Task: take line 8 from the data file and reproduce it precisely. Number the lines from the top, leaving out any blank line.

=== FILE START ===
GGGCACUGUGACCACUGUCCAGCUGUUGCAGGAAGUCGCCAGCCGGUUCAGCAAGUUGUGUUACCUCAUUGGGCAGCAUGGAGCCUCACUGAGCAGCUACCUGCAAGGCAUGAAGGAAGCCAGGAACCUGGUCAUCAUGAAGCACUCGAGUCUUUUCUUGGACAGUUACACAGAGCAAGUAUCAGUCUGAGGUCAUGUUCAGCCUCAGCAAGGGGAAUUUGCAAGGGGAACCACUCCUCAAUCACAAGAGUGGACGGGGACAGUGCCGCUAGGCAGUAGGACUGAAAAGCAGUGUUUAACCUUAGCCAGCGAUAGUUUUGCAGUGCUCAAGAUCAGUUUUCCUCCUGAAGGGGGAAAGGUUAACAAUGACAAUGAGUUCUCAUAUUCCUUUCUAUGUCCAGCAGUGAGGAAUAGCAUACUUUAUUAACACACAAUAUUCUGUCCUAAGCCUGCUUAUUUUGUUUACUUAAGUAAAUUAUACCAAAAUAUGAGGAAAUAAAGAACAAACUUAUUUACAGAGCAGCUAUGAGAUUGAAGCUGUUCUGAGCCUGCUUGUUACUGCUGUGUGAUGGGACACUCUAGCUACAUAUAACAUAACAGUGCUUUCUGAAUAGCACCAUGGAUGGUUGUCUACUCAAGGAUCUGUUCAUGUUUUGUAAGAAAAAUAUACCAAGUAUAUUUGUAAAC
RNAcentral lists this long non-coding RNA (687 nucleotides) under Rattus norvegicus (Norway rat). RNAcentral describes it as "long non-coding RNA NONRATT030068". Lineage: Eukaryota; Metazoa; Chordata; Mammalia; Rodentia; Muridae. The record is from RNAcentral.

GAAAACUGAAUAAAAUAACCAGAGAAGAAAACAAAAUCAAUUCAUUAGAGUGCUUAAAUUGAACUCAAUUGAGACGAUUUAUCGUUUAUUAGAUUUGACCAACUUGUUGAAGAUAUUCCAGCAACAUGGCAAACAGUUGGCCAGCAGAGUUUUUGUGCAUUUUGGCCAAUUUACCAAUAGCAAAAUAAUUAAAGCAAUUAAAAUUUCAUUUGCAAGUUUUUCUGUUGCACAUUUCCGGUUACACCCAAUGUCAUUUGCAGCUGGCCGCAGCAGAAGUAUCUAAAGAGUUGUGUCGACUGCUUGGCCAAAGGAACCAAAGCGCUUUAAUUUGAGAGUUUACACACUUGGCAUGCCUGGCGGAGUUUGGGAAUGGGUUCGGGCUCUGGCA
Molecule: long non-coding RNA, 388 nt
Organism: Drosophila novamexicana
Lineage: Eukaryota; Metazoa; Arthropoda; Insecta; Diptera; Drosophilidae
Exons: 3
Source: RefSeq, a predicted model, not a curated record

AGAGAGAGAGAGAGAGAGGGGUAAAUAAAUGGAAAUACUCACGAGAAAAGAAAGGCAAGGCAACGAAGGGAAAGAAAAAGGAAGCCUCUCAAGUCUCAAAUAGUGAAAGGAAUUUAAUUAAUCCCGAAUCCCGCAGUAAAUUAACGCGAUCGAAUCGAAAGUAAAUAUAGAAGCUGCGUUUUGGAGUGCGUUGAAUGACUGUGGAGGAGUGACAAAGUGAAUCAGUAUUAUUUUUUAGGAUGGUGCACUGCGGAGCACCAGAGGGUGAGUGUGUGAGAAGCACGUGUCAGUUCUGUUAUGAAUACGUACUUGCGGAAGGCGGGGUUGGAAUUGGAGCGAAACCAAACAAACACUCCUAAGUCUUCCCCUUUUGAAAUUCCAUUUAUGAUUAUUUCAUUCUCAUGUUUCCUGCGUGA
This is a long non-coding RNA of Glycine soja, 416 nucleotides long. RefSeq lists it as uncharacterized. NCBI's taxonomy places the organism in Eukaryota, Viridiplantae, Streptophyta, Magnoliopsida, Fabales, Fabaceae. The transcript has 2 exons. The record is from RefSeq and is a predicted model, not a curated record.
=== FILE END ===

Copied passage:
Source: RefSeq, a predicted model, not a curated record